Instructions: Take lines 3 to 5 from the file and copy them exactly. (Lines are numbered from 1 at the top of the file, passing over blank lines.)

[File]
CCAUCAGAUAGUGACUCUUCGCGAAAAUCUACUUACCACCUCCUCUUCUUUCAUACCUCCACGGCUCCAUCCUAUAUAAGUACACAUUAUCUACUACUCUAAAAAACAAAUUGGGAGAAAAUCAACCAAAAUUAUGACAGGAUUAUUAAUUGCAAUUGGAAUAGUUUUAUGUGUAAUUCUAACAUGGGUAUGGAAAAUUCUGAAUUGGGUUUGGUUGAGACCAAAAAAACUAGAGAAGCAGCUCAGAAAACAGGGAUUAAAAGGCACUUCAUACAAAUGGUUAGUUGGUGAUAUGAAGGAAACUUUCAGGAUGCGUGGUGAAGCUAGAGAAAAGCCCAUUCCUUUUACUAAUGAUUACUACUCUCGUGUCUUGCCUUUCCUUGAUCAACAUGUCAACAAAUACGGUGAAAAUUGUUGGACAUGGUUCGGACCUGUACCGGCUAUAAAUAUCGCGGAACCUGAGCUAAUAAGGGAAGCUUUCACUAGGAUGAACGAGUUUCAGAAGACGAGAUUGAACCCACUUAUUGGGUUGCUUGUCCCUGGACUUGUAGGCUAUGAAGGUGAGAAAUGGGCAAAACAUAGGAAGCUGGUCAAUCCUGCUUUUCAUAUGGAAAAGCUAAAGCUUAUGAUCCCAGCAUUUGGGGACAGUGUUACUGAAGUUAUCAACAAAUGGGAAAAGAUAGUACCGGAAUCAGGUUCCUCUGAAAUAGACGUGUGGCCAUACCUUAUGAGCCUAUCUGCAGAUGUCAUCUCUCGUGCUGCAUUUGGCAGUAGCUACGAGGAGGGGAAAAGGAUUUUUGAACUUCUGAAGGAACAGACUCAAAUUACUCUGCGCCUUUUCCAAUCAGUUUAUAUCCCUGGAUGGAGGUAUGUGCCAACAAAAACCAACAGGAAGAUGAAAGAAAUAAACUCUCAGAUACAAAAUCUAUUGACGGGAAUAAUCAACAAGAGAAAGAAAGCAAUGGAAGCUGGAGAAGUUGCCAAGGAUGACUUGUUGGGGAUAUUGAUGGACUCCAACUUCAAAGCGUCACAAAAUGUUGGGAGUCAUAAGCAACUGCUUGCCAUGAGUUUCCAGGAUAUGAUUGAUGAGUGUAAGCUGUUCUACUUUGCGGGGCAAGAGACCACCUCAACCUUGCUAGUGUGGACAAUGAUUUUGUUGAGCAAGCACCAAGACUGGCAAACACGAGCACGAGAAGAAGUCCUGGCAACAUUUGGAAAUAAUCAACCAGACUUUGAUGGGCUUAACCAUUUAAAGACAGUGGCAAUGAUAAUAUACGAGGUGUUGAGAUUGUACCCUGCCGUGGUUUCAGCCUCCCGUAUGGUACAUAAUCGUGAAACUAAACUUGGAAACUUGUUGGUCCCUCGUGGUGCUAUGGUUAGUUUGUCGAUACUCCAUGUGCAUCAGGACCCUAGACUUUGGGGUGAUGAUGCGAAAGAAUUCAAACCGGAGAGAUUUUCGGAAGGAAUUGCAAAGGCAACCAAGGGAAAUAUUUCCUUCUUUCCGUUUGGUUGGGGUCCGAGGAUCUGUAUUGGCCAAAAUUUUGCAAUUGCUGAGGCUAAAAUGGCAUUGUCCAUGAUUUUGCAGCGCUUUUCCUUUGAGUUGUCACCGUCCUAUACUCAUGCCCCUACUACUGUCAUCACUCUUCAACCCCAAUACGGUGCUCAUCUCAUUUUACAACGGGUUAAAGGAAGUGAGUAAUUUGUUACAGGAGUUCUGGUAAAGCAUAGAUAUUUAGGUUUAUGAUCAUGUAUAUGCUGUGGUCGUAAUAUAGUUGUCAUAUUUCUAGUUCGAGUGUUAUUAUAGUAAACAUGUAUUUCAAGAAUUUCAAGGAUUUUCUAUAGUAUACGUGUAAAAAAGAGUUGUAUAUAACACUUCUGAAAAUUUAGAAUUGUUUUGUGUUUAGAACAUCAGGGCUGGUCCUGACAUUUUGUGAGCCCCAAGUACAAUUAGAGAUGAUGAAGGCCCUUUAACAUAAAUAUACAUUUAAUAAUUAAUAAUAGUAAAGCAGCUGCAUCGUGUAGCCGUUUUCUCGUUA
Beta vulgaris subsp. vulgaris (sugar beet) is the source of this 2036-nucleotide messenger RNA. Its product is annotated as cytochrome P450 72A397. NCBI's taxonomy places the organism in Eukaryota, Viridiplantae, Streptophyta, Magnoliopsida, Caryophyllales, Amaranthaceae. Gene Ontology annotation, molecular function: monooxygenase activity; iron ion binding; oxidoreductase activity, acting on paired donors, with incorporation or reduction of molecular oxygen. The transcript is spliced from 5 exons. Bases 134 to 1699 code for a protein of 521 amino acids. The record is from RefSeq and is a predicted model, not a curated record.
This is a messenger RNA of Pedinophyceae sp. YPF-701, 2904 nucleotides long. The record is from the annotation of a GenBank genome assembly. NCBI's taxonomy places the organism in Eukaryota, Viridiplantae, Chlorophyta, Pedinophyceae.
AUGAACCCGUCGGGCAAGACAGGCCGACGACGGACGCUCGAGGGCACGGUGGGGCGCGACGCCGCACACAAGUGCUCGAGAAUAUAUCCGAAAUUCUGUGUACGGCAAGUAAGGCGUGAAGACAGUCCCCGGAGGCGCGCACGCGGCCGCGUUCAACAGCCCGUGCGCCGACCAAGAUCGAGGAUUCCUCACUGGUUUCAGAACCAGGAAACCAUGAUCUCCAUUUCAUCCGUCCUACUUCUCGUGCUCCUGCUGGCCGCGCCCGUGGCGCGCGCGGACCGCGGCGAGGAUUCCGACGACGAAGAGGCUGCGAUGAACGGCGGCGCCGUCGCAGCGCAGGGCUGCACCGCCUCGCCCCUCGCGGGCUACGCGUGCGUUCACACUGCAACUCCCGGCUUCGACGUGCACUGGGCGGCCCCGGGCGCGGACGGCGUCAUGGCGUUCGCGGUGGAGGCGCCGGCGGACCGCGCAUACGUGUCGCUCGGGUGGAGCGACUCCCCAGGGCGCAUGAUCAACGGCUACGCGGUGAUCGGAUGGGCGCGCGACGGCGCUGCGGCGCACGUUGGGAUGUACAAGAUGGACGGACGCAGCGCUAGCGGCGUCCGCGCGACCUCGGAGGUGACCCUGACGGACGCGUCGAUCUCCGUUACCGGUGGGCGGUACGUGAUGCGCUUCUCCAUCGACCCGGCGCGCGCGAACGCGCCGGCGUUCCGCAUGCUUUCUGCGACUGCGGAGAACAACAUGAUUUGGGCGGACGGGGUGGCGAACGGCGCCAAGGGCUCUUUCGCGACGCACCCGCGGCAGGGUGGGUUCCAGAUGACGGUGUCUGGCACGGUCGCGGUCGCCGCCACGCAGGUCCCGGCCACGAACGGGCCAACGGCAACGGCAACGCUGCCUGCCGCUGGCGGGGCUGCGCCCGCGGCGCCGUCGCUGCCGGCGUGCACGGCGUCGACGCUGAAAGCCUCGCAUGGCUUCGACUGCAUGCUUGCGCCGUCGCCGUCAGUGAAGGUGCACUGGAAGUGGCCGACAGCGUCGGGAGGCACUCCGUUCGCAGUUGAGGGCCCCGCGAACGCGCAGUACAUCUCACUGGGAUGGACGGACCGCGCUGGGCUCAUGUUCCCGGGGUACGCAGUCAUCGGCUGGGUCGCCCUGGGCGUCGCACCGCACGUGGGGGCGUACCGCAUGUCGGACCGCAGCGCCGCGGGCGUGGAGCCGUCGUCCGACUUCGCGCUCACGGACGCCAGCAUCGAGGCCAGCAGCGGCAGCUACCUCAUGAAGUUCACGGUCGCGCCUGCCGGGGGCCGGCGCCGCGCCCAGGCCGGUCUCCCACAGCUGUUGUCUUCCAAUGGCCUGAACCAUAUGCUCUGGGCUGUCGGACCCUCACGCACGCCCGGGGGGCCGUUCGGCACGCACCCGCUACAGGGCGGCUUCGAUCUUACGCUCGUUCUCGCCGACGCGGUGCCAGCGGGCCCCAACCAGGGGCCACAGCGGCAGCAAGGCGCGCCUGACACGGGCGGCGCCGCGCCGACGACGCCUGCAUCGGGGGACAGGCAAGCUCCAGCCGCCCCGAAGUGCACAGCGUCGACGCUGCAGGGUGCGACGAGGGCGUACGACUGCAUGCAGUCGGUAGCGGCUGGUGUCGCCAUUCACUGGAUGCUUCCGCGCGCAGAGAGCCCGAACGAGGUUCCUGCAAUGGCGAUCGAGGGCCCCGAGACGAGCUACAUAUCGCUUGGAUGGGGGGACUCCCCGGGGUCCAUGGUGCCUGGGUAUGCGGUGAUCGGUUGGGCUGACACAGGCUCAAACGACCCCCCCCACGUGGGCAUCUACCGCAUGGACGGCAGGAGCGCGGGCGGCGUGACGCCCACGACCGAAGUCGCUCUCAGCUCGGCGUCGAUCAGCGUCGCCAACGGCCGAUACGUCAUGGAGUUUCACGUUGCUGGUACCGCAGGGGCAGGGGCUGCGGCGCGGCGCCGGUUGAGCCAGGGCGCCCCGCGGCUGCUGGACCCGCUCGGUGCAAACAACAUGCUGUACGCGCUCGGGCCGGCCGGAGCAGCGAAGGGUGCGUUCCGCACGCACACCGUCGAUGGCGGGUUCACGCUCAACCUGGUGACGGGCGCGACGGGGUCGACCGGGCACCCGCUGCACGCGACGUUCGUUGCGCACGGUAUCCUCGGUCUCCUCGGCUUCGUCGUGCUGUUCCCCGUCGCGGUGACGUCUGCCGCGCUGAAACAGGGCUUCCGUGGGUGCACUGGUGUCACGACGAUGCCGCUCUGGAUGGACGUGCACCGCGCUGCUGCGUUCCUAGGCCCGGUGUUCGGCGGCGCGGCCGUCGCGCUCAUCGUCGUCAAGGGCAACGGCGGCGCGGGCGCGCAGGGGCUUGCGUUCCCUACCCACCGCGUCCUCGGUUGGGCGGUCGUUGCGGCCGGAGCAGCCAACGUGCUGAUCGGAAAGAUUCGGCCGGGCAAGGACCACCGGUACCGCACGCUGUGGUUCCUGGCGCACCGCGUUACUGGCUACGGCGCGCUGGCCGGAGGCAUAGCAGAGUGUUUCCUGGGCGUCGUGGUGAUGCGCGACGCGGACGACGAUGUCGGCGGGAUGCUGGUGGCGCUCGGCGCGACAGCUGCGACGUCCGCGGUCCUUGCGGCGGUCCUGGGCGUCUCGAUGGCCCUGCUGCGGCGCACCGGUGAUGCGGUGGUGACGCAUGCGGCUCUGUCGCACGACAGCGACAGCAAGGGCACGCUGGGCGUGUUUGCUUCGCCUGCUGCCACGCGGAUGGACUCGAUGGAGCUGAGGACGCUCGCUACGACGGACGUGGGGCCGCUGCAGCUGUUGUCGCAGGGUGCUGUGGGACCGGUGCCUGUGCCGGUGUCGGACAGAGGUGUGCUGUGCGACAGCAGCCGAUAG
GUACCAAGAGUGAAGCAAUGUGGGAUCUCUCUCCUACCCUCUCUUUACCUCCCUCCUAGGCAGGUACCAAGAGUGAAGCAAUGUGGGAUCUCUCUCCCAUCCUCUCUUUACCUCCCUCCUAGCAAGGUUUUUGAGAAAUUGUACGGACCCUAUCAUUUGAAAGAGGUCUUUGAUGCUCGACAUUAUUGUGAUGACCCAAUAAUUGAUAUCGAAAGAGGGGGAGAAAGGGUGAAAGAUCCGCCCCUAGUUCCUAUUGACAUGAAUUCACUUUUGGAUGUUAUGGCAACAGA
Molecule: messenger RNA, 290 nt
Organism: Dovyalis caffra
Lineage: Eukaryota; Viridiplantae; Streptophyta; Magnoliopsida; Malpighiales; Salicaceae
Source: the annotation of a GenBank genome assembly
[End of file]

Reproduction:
This is a messenger RNA of Pedinophyceae sp. YPF-701, 2904 nucleotides long. The record is from the annotation of a GenBank genome assembly. NCBI's taxonomy places the organism in Eukaryota, Viridiplantae, Chlorophyta, Pedinophyceae.
AUGAACCCGUCGGGCAAGACAGGCCGACGACGGACGCUCGAGGGCACGGUGGGGCGCGACGCCGCACACAAGUGCUCGAGAAUAUAUCCGAAAUUCUGUGUACGGCAAGUAAGGCGUGAAGACAGUCCCCGGAGGCGCGCACGCGGCCGCGUUCAACAGCCCGUGCGCCGACCAAGAUCGAGGAUUCCUCACUGGUUUCAGAACCAGGAAACCAUGAUCUCCAUUUCAUCCGUCCUACUUCUCGUGCUCCUGCUGGCCGCGCCCGUGGCGCGCGCGGACCGCGGCGAGGAUUCCGACGACGAAGAGGCUGCGAUGAACGGCGGCGCCGUCGCAGCGCAGGGCUGCACCGCCUCGCCCCUCGCGGGCUACGCGUGCGUUCACACUGCAACUCCCGGCUUCGACGUGCACUGGGCGGCCCCGGGCGCGGACGGCGUCAUGGCGUUCGCGGUGGAGGCGCCGGCGGACCGCGCAUACGUGUCGCUCGGGUGGAGCGACUCCCCAGGGCGCAUGAUCAACGGCUACGCGGUGAUCGGAUGGGCGCGCGACGGCGCUGCGGCGCACGUUGGGAUGUACAAGAUGGACGGACGCAGCGCUAGCGGCGUCCGCGCGACCUCGGAGGUGACCCUGACGGACGCGUCGAUCUCCGUUACCGGUGGGCGGUACGUGAUGCGCUUCUCCAUCGACCCGGCGCGCGCGAACGCGCCGGCGUUCCGCAUGCUUUCUGCGACUGCGGAGAACAACAUGAUUUGGGCGGACGGGGUGGCGAACGGCGCCAAGGGCUCUUUCGCGACGCACCCGCGGCAGGGUGGGUUCCAGAUGACGGUGUCUGGCACGGUCGCGGUCGCCGCCACGCAGGUCCCGGCCACGAACGGGCCAACGGCAACGGCAACGCUGCCUGCCGCUGGCGGGGCUGCGCCCGCGGCGCCGUCGCUGCCGGCGUGCACGGCGUCGACGCUGAAAGCCUCGCAUGGCUUCGACUGCAUGCUUGCGCCGUCGCCGUCAGUGAAGGUGCACUGGAAGUGGCCGACAGCGUCGGGAGGCACUCCGUUCGCAGUUGAGGGCCCCGCGAACGCGCAGUACAUCUCACUGGGAUGGACGGACCGCGCUGGGCUCAUGUUCCCGGGGUACGCAGUCAUCGGCUGGGUCGCCCUGGGCGUCGCACCGCACGUGGGGGCGUACCGCAUGUCGGACCGCAGCGCCGCGGGCGUGGAGCCGUCGUCCGACUUCGCGCUCACGGACGCCAGCAUCGAGGCCAGCAGCGGCAGCUACCUCAUGAAGUUCACGGUCGCGCCUGCCGGGGGCCGGCGCCGCGCCCAGGCCGGUCUCCCACAGCUGUUGUCUUCCAAUGGCCUGAACCAUAUGCUCUGGGCUGUCGGACCCUCACGCACGCCCGGGGGGCCGUUCGGCACGCACCCGCUACAGGGCGGCUUCGAUCUUACGCUCGUUCUCGCCGACGCGGUGCCAGCGGGCCCCAACCAGGGGCCACAGCGGCAGCAAGGCGCGCCUGACACGGGCGGCGCCGCGCCGACGACGCCUGCAUCGGGGGACAGGCAAGCUCCAGCCGCCCCGAAGUGCACAGCGUCGACGCUGCAGGGUGCGACGAGGGCGUACGACUGCAUGCAGUCGGUAGCGGCUGGUGUCGCCAUUCACUGGAUGCUUCCGCGCGCAGAGAGCCCGAACGAGGUUCCUGCAAUGGCGAUCGAGGGCCCCGAGACGAGCUACAUAUCGCUUGGAUGGGGGGACUCCCCGGGGUCCAUGGUGCCUGGGUAUGCGGUGAUCGGUUGGGCUGACACAGGCUCAAACGACCCCCCCCACGUGGGCAUCUACCGCAUGGACGGCAGGAGCGCGGGCGGCGUGACGCCCACGACCGAAGUCGCUCUCAGCUCGGCGUCGAUCAGCGUCGCCAACGGCCGAUACGUCAUGGAGUUUCACGUUGCUGGUACCGCAGGGGCAGGGGCUGCGGCGCGGCGCCGGUUGAGCCAGGGCGCCCCGCGGCUGCUGGACCCGCUCGGUGCAAACAACAUGCUGUACGCGCUCGGGCCGGCCGGAGCAGCGAAGGGUGCGUUCCGCACGCACACCGUCGAUGGCGGGUUCACGCUCAACCUGGUGACGGGCGCGACGGGGUCGACCGGGCACCCGCUGCACGCGACGUUCGUUGCGCACGGUAUCCUCGGUCUCCUCGGCUUCGUCGUGCUGUUCCCCGUCGCGGUGACGUCUGCCGCGCUGAAACAGGGCUUCCGUGGGUGCACUGGUGUCACGACGAUGCCGCUCUGGAUGGACGUGCACCGCGCUGCUGCGUUCCUAGGCCCGGUGUUCGGCGGCGCGGCCGUCGCGCUCAUCGUCGUCAAGGGCAACGGCGGCGCGGGCGCGCAGGGGCUUGCGUUCCCUACCCACCGCGUCCUCGGUUGGGCGGUCGUUGCGGCCGGAGCAGCCAACGUGCUGAUCGGAAAGAUUCGGCCGGGCAAGGACCACCGGUACCGCACGCUGUGGUUCCUGGCGCACCGCGUUACUGGCUACGGCGCGCUGGCCGGAGGCAUAGCAGAGUGUUUCCUGGGCGUCGUGGUGAUGCGCGACGCGGACGACGAUGUCGGCGGGAUGCUGGUGGCGCUCGGCGCGACAGCUGCGACGUCCGCGGUCCUUGCGGCGGUCCUGGGCGUCUCGAUGGCCCUGCUGCGGCGCACCGGUGAUGCGGUGGUGACGCAUGCGGCUCUGUCGCACGACAGCGACAGCAAGGGCACGCUGGGCGUGUUUGCUUCGCCUGCUGCCACGCGGAUGGACUCGAUGGAGCUGAGGACGCUCGCUACGACGGACGUGGGGCCGCUGCAGCUGUUGUCGCAGGGUGCUGUGGGACCGGUGCCUGUGCCGGUGUCGGACAGAGGUGUGCUGUGCGACAGCAGCCGAUAG
GUACCAAGAGUGAAGCAAUGUGGGAUCUCUCUCCUACCCUCUCUUUACCUCCCUCCUAGGCAGGUACCAAGAGUGAAGCAAUGUGGGAUCUCUCUCCCAUCCUCUCUUUACCUCCCUCCUAGCAAGGUUUUUGAGAAAUUGUACGGACCCUAUCAUUUGAAAGAGGUCUUUGAUGCUCGACAUUAUUGUGAUGACCCAAUAAUUGAUAUCGAAAGAGGGGGAGAAAGGGUGAAAGAUCCGCCCCUAGUUCCUAUUGACAUGAAUUCACUUUUGGAUGUUAUGGCAACAGA